In performing a head position compensation, initially a single direction edge search provides an offset (towards either the rim or hub side of the recording surface) which is saved for use in future calculations of the head position which is expected to produce more than Y2 errors. When more than Y2 errors are detected at this offset, the offset is gradually decreased until less than (or equal to or within a prescribed range of) Y2 errors are detected. If less than Y2 errors are initially detected, the offset is gradually increased until more than (or equal to or within a prescribed range of) Y2 errors are detected. The edge search determines the position offset of one side of the track (toward the hub or rim) where the number of errors approximately equals Y2. The edge search moves from the saved position towards the edge in a single direction because the error rate is constantly increasing or decreasing with respect to the offset in the area around the saved head position. Subsequent updates of the edge position utilize the last saved edge position as a starting offset for determining the subsequent edge positions.
This edge search is completed on the positive side track edge and on the negative side track edge. Subsequent updates utilize the saved offset for the track edge to save update time. The compensation calculated from the track edge head positions, place the head on the track based on previously set criteria. The criteria here may be as simple as the average of the positive track side offset and the negative track side offset. The criteria may be more elaborate and may introduce the compensation required to account for the write element to read element offset.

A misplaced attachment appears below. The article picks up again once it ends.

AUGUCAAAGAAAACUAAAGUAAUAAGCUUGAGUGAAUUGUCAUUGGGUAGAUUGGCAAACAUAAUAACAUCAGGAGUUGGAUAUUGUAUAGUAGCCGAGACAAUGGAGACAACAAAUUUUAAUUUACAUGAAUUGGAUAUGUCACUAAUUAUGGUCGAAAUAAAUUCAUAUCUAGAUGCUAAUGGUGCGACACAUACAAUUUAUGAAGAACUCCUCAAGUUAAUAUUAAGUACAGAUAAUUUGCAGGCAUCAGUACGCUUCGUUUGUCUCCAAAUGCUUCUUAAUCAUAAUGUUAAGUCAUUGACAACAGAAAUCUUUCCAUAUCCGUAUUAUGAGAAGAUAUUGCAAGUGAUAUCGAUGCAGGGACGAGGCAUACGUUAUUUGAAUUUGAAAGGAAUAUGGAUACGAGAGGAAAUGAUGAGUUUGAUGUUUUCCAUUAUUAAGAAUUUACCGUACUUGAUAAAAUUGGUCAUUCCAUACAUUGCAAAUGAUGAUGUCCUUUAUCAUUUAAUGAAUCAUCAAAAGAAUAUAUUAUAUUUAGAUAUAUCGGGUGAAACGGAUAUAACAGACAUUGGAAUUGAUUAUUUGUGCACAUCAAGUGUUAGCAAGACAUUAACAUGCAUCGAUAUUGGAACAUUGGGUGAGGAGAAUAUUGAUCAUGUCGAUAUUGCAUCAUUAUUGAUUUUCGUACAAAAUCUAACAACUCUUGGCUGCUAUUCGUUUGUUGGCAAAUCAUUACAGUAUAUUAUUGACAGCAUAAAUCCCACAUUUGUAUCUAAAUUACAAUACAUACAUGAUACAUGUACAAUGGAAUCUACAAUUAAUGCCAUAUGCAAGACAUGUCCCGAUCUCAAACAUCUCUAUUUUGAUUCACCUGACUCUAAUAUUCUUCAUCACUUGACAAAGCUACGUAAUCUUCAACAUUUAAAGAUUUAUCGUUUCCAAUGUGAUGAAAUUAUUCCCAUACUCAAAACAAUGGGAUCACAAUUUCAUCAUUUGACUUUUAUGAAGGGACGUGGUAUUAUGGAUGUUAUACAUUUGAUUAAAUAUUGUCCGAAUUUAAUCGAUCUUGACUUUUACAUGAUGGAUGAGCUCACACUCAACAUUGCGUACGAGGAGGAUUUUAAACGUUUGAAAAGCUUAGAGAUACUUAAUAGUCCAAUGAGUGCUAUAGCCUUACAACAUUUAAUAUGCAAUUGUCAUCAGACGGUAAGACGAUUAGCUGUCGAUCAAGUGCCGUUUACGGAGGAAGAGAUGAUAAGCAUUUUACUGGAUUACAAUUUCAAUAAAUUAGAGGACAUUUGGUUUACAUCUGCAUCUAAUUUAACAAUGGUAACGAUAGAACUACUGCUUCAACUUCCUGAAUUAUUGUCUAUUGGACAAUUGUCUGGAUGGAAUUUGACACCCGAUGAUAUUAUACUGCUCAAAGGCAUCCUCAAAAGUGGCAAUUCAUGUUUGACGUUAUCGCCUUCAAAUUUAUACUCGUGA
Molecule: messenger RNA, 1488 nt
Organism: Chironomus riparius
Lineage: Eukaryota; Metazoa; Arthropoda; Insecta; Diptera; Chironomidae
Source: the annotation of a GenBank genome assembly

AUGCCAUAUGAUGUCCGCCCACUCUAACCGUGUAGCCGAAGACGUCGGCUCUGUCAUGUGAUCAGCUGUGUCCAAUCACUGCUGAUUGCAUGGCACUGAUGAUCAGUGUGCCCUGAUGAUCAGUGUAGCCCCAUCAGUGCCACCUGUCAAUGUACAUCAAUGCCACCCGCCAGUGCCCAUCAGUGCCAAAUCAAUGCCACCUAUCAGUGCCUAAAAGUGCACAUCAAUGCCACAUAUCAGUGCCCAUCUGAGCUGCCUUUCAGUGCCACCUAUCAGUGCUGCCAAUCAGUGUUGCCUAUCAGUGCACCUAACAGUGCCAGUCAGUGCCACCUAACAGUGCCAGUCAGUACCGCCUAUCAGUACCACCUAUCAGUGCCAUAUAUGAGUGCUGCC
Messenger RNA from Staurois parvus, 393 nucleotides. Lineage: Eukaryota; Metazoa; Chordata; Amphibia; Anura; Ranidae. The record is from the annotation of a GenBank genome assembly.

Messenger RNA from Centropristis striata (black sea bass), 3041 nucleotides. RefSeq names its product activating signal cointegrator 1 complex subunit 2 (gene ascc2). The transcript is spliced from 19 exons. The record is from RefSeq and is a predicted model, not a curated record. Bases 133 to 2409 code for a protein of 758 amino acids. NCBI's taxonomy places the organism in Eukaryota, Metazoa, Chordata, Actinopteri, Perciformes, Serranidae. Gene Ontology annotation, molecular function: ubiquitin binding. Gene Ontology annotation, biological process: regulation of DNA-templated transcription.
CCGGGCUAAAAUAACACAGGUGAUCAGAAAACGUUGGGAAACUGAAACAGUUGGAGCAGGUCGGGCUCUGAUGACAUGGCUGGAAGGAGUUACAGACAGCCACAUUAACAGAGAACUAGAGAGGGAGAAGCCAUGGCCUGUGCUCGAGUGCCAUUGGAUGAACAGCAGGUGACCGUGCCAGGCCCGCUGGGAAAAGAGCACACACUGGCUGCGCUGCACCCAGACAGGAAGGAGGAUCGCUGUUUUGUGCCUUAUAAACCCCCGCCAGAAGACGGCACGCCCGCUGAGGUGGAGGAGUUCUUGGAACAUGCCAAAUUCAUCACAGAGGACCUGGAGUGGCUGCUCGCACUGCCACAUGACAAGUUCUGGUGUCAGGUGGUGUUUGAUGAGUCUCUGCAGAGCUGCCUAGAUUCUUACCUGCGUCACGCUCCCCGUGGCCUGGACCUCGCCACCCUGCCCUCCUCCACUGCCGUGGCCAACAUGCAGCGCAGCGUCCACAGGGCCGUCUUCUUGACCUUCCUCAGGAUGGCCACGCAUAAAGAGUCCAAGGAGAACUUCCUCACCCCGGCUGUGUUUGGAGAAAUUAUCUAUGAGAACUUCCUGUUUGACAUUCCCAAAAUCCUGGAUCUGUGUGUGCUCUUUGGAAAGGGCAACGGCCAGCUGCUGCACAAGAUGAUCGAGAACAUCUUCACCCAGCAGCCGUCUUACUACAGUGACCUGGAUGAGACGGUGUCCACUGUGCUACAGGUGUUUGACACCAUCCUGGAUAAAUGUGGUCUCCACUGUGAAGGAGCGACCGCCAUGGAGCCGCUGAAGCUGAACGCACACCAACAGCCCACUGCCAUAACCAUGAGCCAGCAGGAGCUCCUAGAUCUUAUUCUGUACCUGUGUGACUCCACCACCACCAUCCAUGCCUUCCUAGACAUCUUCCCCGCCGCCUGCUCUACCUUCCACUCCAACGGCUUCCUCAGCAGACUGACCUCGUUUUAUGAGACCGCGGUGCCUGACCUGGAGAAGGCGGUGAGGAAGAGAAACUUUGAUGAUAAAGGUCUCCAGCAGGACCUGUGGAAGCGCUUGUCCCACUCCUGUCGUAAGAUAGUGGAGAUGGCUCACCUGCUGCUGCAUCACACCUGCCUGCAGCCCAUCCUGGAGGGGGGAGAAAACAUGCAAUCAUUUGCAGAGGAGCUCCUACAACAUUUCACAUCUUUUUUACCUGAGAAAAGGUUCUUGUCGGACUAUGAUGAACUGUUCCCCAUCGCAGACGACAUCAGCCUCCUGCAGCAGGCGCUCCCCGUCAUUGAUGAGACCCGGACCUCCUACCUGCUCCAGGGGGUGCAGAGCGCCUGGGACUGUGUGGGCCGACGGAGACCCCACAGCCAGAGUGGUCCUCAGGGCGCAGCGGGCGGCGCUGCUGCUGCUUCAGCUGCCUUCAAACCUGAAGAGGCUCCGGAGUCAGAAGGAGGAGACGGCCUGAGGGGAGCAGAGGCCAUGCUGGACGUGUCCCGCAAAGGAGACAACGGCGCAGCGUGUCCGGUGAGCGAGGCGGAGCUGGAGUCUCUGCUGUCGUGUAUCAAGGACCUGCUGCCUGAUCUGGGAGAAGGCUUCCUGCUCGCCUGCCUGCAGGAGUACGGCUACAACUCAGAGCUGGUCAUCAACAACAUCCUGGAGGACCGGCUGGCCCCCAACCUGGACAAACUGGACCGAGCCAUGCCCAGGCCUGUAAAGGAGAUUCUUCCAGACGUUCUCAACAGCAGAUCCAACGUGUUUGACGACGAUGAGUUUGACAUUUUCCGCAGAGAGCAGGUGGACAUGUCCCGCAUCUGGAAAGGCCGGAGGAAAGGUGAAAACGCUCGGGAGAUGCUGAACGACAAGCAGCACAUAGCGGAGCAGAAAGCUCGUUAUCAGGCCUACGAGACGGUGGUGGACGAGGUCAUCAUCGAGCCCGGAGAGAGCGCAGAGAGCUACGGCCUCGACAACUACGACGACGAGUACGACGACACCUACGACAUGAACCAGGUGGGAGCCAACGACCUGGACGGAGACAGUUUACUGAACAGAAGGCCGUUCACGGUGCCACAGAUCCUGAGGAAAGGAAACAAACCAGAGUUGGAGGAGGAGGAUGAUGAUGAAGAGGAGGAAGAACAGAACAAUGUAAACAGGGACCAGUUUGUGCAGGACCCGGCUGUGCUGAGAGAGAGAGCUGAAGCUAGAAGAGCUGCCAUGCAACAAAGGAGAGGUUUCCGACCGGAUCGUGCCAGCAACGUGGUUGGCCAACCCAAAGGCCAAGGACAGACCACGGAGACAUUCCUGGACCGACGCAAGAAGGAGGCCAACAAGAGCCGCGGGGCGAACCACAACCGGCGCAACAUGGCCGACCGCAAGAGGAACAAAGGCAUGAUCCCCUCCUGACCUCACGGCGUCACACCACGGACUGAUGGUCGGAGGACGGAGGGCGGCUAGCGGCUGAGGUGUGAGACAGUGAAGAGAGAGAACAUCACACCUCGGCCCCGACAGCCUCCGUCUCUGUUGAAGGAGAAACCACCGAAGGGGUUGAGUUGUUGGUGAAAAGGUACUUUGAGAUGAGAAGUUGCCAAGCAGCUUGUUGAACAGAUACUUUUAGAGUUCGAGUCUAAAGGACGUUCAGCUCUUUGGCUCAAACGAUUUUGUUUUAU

The conditions which initiate the repositioning of the head in the third embodiment are typically that 1) the errors detected exceed 10 (Y1 =10) since the last repositioning, (2) the time between repositioning is 3 minutes, and (3) that the total number of sectors read since the last repositioning is 2404. The dual single edge searches are completed in approximately 1.1 seconds which is approximately 99.37% throughput for 3 minute time intervals. Y2 may be varied for each drive and the design specification goals for the drive.